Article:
iRJ: Do you position yourself as a jazz singer or a musician who happens to sing jazz?

NH: I consider myself a musician who happens to sing music that is hard to be defined. I think when people get music, especially a vocalist, if you ever sang a jazz standard in your life, then people think, ‘Oh well, she’s a jazz singer. We can put her in that category’. And it’s not so much that I don’t sing Soul, or R&B, or Pop, it is how we have to define something. It’s like calling the number “2” two. We had to come up with a word for “2”. It’s good to put a word on something so everybody can identify with it. But I think music is really whatever it does to you.

iRJ: What have been the challenges in being an independent artist, producing your own music, and having your own record label? What are the benefits?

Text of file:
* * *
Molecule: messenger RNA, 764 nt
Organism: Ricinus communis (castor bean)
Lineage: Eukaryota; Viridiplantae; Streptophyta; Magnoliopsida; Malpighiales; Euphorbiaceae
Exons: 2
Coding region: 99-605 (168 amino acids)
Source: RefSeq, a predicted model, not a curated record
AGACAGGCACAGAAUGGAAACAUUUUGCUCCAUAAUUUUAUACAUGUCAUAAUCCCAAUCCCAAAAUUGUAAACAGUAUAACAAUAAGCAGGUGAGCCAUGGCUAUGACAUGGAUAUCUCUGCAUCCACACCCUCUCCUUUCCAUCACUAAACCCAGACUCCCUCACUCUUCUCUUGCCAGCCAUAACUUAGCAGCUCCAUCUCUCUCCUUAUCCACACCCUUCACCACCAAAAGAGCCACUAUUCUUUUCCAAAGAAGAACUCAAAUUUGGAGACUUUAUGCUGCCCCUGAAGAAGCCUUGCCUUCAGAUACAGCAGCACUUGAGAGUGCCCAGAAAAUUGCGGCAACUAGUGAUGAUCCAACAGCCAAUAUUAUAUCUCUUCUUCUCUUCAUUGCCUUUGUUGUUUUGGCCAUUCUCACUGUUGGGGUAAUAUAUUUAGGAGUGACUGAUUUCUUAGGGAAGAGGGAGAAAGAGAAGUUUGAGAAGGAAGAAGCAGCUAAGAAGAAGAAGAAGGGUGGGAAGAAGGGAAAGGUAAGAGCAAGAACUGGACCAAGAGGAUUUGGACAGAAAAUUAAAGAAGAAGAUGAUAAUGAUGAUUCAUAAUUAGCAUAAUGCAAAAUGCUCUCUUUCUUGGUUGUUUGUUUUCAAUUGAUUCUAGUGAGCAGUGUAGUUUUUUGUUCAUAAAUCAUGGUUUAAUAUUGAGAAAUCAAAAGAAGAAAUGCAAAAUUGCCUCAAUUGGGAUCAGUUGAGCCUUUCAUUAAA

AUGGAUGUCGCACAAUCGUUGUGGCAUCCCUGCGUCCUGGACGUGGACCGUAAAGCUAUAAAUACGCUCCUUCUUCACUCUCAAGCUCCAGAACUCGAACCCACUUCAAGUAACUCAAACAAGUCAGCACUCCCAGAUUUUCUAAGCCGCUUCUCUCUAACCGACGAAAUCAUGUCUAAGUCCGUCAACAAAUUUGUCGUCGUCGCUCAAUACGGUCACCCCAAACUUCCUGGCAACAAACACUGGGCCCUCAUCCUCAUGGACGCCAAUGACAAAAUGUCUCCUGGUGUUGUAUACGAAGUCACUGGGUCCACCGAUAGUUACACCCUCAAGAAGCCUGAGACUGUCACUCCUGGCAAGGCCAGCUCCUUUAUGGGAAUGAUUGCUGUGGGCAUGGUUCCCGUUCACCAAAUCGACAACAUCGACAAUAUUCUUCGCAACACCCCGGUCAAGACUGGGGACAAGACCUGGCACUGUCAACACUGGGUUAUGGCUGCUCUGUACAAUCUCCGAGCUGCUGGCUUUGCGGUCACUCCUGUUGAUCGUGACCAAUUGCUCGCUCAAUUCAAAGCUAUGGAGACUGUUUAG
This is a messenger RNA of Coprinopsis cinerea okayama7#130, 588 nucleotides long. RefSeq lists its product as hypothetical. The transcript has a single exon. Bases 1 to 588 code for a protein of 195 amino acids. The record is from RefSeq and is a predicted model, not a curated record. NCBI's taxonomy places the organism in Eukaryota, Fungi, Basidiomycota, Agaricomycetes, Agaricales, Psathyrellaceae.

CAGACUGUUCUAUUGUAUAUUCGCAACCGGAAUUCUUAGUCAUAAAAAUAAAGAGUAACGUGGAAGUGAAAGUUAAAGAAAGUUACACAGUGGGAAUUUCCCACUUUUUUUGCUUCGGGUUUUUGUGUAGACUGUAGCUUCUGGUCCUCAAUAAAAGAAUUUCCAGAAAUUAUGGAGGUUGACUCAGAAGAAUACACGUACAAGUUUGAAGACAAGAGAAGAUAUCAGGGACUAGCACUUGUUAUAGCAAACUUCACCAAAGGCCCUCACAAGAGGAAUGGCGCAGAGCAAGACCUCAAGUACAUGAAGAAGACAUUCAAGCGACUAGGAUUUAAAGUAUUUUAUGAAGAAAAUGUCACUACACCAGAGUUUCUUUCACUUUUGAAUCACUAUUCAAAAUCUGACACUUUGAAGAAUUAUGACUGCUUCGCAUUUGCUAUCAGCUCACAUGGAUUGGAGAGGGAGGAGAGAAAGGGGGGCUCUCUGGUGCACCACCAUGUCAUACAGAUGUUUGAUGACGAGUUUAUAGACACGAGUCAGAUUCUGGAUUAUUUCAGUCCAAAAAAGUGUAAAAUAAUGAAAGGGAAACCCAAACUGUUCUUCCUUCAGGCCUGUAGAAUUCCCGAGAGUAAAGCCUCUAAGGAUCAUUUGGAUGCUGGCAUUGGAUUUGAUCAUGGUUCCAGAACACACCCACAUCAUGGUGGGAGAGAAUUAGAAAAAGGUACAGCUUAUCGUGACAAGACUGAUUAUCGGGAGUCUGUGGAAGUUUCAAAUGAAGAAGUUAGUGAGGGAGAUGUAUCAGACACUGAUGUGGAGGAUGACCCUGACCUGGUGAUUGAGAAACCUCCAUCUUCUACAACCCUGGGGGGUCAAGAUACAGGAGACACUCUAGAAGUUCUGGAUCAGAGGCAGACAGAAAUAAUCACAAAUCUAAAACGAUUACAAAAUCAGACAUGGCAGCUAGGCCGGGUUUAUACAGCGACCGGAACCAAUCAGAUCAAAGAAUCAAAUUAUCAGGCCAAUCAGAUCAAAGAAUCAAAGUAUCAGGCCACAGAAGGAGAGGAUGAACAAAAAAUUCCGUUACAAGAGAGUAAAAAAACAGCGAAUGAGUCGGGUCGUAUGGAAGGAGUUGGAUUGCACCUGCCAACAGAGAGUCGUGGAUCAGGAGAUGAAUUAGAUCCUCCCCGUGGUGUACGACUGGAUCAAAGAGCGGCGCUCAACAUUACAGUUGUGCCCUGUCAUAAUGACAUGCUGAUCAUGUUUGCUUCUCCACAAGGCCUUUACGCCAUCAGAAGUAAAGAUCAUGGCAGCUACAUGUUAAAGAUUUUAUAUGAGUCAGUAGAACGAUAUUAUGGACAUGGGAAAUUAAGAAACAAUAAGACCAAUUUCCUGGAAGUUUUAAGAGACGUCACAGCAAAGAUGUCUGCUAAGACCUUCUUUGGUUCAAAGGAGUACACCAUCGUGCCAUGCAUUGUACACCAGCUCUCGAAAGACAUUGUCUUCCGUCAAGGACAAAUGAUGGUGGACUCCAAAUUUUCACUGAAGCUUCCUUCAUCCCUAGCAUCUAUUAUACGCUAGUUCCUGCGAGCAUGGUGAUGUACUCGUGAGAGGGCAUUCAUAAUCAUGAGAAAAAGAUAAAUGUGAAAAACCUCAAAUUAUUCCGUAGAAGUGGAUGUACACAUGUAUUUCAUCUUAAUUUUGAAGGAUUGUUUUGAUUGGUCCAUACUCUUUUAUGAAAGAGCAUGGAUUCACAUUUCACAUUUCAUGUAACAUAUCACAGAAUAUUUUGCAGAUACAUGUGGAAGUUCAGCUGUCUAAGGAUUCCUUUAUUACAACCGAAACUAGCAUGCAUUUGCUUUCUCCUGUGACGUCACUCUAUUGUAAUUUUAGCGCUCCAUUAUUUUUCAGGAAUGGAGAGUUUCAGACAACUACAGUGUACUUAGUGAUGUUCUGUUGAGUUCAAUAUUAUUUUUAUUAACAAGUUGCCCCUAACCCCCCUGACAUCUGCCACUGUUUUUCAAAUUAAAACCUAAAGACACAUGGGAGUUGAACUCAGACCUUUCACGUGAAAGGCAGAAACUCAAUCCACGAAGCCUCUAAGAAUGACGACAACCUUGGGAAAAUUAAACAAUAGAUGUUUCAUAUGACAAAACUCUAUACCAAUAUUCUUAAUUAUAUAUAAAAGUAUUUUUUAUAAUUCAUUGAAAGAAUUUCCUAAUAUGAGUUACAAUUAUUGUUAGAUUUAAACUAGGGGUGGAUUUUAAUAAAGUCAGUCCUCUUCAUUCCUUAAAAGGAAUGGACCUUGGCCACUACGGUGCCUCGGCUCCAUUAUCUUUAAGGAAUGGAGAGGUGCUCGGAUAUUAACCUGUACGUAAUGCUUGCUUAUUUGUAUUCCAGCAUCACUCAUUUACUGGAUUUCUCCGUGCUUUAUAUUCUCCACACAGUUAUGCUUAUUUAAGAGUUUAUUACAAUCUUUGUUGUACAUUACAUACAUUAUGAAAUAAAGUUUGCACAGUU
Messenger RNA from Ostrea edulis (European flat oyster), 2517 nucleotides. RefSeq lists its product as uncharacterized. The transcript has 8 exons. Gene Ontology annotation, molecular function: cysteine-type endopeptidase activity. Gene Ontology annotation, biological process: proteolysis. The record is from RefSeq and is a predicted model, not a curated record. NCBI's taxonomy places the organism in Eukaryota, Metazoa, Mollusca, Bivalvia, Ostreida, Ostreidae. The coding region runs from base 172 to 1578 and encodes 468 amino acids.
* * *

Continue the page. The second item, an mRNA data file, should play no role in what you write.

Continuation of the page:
NH: The challenge is not over thinking the project and not over thinking what people want. Not over thinking how to market it and who is going to play it. I think any artist think that and because I am also on the label side and I have a team and bills to pay, of course I have to think of all of that. At every point you have to trust that your message is what you have been called to give and that people are going to receive it. You always have to have faith in that. I think the challenge of running my own business is I really have to become the best time management person possible. I am a type B personality trying to become a type A personality meaning I always have to remind myself to keep structure. A few hours for work and a few hours for the creative work and trying to find that balance. Some days are all desk work and some days are all music. Sometimes its 3 days of music. I can’t combine the two because once my mind starts moving in the computer world I have to shut the computer down and remove myself. And the funny thing is in today’s world so much of my music is in the computer. I have to shut down programs like my messages and up YouTube, iTunes, or my music catalog and go to files and pull up songwriting sessions that I had and change lyrics. It’s a matter of discipline to balance the two.